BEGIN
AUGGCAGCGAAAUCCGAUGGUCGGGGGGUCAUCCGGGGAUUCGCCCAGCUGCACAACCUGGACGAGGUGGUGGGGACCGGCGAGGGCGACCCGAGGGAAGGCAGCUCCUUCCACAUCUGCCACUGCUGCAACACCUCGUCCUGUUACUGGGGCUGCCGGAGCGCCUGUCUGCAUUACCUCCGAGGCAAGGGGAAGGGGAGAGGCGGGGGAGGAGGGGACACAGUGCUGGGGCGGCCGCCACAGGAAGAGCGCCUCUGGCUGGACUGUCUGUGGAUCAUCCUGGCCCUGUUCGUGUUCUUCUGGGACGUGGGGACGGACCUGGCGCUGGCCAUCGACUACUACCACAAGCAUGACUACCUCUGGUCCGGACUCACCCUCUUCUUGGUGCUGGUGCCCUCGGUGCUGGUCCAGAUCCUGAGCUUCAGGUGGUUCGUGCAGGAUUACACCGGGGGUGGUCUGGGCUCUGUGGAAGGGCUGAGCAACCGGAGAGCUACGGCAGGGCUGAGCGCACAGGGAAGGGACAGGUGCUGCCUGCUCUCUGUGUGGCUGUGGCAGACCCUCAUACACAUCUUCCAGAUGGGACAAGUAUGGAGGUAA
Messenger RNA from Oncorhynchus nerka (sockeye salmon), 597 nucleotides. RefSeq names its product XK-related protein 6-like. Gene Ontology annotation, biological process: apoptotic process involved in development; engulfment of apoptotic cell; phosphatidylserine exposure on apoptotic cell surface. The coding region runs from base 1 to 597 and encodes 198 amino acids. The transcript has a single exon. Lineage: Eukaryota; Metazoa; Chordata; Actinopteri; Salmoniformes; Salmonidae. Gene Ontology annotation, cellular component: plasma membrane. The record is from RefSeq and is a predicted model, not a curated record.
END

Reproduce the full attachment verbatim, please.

AUGGCAGCGAAAUCCGAUGGUCGGGGGGUCAUCCGGGGAUUCGCCCAGCUGCACAACCUGGACGAGGUGGUGGGGACCGGCGAGGGCGACCCGAGGGAAGGCAGCUCCUUCCACAUCUGCCACUGCUGCAACACCUCGUCCUGUUACUGGGGCUGCCGGAGCGCCUGUCUGCAUUACCUCCGAGGCAAGGGGAAGGGGAGAGGCGGGGGAGGAGGGGACACAGUGCUGGGGCGGCCGCCACAGGAAGAGCGCCUCUGGCUGGACUGUCUGUGGAUCAUCCUGGCCCUGUUCGUGUUCUUCUGGGACGUGGGGACGGACCUGGCGCUGGCCAUCGACUACUACCACAAGCAUGACUACCUCUGGUCCGGACUCACCCUCUUCUUGGUGCUGGUGCCCUCGGUGCUGGUCCAGAUCCUGAGCUUCAGGUGGUUCGUGCAGGAUUACACCGGGGGUGGUCUGGGCUCUGUGGAAGGGCUGAGCAACCGGAGAGCUACGGCAGGGCUGAGCGCACAGGGAAGGGACAGGUGCUGCCUGCUCUCUGUGUGGCUGUGGCAGACCCUCAUACACAUCUUCCAGAUGGGACAAGUAUGGAGGUAA
Messenger RNA from Oncorhynchus nerka (sockeye salmon), 597 nucleotides. RefSeq names its product XK-related protein 6-like. Gene Ontology annotation, biological process: apoptotic process involved in development; engulfment of apoptotic cell; phosphatidylserine exposure on apoptotic cell surface. The coding region runs from base 1 to 597 and encodes 198 amino acids. The transcript has a single exon. Lineage: Eukaryota; Metazoa; Chordata; Actinopteri; Salmoniformes; Salmonidae. Gene Ontology annotation, cellular component: plasma membrane. The record is from RefSeq and is a predicted model, not a curated record.